Wednesday, May 22, 2019

Memorial Day Tribute

Detail of a Painting Honoring W.W. I Soldiers
It has become a tradition with this blog to recognize Memorial Day with a specific post that week.  Many have included photographs taken at our local cemetery, showing the veterans carrying the flag to honor those buried there.  You can open the May blogs and scroll to past postings to read those older blogs from past years.

Memorial Day is a federal holiday in the United States, established to remember and honor those who died while serving in the military.  In most local communities, remembrances are not limited to soldiers buried there but rather, flowers are placed on the graves of family and friends as well.

Traditionally, Memorial Day was observed on May 30th during the years from 1868 to 1970.  Since 1970, the date has been the last Monday in May.  Many traditions have changed over the decades, but it seems that by changing Memorial to a holiday weekend, the recognition of fallen soldiers on the day set aside for that purpose has diminished, with people now using the weekend for pleasure trips.

Reminders of the service to the nation by our men and women in uniform deserve to be observed, and this years Memorial Day blog is going to reflect back half-a-century to another form of recognition.  A few months ago I was going through keepsakes and discovered a simple silver bracelet baring the name of Commander Raymond Vohden.  Beneath his name is the date 4-3-65.

Bracelet 'lest we forget' POW Raymond Vohden
Some of you may remember bracelets like the one I wore during the years of the Vietnam war, a symbol to remember American prisoners of war.  It had been a long time since I had worn the bracelet remembering Commander Vohden, and I decided to do some research.  Did he eventually return home?  How long was he imprisoned?  Is he still living?

This is what I found:  Raymond Arthur Vohden,  an Air Force Pilot, was one of those 'lucky' prisoners who survived to be released.  Upon his release, he is quoted as having said, "After the ordeal I've been through for the past seven and one-half years, I can handle any situation that comes up when I get back."  However, returning soldiers did not always find it easy to slip back into their old lives.  Vohden had written to his wife after six years as a prisoner of war, expressing his permission that she file for divorce and "make a new life."  She did file, but when the cease-fire was negotiated not long after, he asked her to dismiss the divorce proceedings.  She did.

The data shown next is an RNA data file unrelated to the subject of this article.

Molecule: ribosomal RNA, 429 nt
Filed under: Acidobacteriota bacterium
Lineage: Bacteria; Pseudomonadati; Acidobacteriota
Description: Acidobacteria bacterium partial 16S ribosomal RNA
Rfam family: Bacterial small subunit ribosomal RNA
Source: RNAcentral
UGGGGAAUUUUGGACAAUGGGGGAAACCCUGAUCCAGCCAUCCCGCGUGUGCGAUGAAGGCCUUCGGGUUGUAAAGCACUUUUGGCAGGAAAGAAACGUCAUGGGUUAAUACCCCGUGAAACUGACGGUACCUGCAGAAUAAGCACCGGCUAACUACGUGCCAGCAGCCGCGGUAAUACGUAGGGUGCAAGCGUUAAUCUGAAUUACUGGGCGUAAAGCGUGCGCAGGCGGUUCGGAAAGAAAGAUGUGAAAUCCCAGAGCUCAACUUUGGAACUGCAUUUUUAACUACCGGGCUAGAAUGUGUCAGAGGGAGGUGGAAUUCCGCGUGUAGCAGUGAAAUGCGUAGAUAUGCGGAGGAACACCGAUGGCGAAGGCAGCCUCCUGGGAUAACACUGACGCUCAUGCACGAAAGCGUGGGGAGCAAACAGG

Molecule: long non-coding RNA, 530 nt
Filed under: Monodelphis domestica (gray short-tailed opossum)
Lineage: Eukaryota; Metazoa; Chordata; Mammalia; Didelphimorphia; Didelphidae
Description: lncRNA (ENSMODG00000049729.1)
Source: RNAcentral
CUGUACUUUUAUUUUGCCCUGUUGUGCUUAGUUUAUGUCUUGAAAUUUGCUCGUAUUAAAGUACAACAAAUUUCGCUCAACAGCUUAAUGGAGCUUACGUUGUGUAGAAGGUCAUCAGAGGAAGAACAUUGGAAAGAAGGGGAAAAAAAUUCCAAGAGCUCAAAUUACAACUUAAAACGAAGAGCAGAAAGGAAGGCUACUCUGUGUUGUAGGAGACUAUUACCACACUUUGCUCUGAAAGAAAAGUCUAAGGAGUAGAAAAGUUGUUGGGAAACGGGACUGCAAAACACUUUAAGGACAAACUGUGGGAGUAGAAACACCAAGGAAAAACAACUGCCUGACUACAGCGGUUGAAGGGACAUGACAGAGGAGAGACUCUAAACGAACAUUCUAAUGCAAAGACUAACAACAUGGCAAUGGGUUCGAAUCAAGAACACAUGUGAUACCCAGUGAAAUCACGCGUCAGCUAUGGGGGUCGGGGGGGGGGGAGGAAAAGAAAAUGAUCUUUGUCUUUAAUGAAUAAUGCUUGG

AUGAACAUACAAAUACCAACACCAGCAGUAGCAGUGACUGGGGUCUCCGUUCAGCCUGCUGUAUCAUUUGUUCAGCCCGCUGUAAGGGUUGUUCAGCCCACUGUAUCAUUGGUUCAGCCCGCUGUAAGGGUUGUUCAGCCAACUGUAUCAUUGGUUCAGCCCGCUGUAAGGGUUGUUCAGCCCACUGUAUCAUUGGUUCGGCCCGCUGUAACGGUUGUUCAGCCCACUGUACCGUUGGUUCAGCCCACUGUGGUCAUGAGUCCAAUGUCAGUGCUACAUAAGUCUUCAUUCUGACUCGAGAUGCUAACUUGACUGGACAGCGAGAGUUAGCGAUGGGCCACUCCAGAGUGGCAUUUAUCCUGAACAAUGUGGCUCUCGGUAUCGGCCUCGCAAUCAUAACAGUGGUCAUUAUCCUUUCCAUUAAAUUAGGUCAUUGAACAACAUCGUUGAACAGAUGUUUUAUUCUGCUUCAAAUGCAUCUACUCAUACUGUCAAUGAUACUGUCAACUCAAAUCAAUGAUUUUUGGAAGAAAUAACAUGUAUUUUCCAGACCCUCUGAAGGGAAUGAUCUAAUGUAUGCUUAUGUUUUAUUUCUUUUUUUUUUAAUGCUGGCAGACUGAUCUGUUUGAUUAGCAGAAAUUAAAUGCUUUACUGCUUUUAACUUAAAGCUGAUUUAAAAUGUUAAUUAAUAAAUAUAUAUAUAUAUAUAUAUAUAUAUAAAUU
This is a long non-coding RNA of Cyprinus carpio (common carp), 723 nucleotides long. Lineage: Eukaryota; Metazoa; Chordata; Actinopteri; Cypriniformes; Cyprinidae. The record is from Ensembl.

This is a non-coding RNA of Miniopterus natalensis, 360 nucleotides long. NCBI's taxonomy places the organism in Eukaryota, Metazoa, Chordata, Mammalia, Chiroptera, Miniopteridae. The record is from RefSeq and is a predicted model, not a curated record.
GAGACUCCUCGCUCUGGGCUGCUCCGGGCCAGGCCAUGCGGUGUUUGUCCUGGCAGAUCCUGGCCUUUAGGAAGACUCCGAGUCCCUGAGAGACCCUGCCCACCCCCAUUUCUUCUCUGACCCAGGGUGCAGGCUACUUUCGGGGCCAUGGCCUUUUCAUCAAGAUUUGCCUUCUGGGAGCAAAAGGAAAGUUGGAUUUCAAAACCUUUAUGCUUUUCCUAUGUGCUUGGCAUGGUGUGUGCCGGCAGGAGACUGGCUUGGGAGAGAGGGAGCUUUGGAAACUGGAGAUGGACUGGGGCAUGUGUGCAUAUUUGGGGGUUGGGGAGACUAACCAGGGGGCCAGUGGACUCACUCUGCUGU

He was not alone in finding it difficult to acclimate to the changes that had occurred.  In some cases wives had entered new relationships, lonely and uncertain whether their husbands would ever return.  In other cases, wives had changed, becoming more independent and less willing to hand back the responsibilities in the marriage that they had assumed, which these women now preferred to continue doing.  In still other cases, the 60s had brought social changes to those at home that were unacceptable to the returning POWs and caused friction in their marriages.  Not only their wives, but also the children they left behind had changed, adding to the difficulties of rejoining the family.

Arlington National Cemetery
A newspaper article shared the story of difficulties experienced by Vohden and his wife when he returned.  She described the initial exhilaration of his return, but said he became depressed by how things had changed during the almost eight years of his absence.  He acknowledged that he struggled with cultural changes, particularly the 'sexual revolution.'  The newspaper article ended with his decision to get away by himself for a while and "just to kind of enjoy life."  His wife agreed that he needed to be alone to work out some of the issues he was facing.

I did not find a follow-up to their story.  I do know that Raymond Vohden died November 21, 2016, leaving behind a wife, four children, eleven grandchildren, and one great-grandchild.  Interment was to be in Arlington National Cemetery.  Because the given name of his wife was not included in the 1973 New York Times article, I do not know whether they resolved the issues caused by their long separation during the war or if the wife mentioned in his obituary was a second marriage.  I am certain, however, that he paid a high price not only during his imprisonment but also in re-entering a changed society following his release.  I hope he found the happiness he longed for, and I am glad that the POW whose bracelet I wore was able to return.

On Memorial Day, not only the men and women who died in service to their country, but also those whose lives were inevitably changed by their service, deserve the nation's recognition and thanks.

1 comment:

Deanna Lackaff said...

Thanks for the reminder that survivors, both combatants and their families, suffer long after war is over. Insightful as always, Lyn.